As an experienced medical technologist, Jacqueline Swafford-Thistle has worked with a number of nuclear diagnostic systems. Jackie Swafford-Thistle stands out as a former supervisor and staff nuclear medicine technologist at Saints Medical Center of Massachusetts, where she oversaw and conducted numerous diagnostic procedures.
In the field of medical diagnostics, nuclear medicine presents advanced options for detecting abnormalities. There are a number of such tests, from cardiovascular imaging to topography, although the basic process is similar throughout the industry. When performing a nuclear imaging test, radioactive material is introduced into the patient’s body. Depending on the test, it may be ingested, inhaled, or injected. Then, doctors and technologists use scanning equipment that detects radioactivity in the body.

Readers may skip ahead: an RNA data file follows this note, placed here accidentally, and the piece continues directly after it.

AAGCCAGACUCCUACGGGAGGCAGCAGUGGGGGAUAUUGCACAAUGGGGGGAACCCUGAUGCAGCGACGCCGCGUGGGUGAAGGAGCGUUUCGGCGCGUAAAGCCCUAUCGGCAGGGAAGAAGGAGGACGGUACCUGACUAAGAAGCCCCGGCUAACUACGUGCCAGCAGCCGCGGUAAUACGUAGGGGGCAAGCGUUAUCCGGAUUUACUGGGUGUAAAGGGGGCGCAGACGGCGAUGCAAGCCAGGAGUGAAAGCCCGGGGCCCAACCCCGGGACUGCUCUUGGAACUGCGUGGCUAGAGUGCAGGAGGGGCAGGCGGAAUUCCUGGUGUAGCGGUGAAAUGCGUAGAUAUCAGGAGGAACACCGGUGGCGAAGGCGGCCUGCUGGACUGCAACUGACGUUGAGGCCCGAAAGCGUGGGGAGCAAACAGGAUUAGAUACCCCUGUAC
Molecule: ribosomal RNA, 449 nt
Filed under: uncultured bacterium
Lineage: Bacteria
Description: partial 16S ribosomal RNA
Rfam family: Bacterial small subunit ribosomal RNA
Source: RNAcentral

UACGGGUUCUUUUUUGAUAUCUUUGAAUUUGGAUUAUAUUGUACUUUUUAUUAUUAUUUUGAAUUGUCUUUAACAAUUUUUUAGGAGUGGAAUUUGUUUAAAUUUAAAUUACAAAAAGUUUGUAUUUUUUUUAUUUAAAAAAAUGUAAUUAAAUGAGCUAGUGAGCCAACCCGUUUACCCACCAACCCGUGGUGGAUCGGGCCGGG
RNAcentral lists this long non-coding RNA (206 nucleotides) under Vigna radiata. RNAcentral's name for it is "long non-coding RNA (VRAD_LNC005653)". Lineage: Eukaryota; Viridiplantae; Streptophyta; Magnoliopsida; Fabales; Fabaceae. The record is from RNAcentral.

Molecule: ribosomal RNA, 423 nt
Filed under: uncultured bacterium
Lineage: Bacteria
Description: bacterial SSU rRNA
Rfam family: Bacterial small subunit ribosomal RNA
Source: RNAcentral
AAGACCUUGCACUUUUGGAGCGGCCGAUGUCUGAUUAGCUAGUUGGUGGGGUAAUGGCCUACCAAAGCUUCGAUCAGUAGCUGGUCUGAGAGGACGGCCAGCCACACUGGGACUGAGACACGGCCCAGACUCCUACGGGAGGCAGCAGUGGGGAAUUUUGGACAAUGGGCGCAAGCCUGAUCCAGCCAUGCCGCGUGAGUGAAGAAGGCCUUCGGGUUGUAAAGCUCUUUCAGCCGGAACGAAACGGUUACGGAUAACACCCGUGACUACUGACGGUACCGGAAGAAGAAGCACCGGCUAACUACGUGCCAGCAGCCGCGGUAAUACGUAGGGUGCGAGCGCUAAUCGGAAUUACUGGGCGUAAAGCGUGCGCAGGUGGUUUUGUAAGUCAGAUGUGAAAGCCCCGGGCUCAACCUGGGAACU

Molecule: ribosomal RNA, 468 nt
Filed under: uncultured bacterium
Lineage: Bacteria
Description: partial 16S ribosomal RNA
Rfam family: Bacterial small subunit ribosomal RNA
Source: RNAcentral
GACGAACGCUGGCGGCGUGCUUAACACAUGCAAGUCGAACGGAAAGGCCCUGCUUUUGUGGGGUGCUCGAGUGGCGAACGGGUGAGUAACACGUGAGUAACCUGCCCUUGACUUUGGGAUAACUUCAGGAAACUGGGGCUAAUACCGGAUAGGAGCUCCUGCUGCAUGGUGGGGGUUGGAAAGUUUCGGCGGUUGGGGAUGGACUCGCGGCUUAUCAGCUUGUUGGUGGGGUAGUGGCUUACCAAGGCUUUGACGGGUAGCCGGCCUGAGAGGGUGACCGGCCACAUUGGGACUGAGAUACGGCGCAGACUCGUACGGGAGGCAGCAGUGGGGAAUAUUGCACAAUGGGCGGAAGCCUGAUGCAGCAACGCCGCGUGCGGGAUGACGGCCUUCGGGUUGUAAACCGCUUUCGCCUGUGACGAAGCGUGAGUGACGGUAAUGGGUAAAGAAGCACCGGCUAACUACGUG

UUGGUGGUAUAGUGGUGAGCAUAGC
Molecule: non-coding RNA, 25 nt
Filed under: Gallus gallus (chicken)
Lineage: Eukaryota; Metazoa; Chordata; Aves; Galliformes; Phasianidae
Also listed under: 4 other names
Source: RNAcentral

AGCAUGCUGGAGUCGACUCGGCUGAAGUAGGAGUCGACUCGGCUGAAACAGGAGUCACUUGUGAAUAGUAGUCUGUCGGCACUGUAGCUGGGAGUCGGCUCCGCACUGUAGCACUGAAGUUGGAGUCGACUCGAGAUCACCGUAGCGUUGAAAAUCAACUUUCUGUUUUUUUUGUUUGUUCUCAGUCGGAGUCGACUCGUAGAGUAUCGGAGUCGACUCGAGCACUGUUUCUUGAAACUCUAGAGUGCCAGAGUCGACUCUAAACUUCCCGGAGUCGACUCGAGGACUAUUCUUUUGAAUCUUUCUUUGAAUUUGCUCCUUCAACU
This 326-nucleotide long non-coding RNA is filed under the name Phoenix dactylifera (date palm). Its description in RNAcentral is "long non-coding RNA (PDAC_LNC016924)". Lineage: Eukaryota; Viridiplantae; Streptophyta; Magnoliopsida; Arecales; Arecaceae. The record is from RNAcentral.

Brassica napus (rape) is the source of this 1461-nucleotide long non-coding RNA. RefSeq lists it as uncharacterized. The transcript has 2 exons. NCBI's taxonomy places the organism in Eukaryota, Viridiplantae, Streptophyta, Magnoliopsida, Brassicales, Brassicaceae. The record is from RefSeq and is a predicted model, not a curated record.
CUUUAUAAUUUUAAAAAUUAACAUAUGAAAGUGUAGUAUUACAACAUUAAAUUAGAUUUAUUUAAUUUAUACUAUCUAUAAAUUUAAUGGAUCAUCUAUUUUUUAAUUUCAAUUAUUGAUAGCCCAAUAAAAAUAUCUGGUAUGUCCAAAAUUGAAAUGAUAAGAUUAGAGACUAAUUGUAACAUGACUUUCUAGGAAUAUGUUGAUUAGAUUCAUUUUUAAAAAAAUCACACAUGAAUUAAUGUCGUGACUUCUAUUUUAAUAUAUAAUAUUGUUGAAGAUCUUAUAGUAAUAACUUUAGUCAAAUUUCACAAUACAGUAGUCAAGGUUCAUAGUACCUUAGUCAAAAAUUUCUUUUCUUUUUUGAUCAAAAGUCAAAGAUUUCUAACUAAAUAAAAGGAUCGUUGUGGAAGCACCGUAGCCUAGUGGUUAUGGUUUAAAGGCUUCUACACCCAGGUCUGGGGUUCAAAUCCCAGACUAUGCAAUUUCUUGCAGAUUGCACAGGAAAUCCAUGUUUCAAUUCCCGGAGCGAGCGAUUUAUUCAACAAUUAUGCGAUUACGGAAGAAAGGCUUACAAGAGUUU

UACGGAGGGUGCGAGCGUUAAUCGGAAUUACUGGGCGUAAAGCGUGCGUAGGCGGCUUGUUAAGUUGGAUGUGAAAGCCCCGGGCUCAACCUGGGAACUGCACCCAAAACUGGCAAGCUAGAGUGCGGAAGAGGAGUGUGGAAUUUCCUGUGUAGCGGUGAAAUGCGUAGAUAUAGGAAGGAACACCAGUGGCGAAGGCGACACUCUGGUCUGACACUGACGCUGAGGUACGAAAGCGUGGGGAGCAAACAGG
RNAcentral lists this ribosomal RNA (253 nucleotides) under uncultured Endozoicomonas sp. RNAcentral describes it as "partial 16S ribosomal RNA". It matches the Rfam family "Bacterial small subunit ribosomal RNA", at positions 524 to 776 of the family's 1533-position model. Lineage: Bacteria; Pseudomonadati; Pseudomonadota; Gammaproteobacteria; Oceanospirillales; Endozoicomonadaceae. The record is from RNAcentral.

One popular nuclear diagnostic procedure is the nuclear stress test, a cardiovascular imaging strategy. When undergoing this procedure, medical professionals inject a patient with radioactive material and then ask the patient to perform an aerobic activity. After the exercise, then later without the exercise, technologists use a scanner that detects the flow of the radioactive material and thus analyzes blood flow. Other types of nuclear imaging involve the introduction of a compound that targets areas of significant metabolic activity. This type of testing is often selected to identify the presence or location of tumors, which metabolize faster than normal body tissue.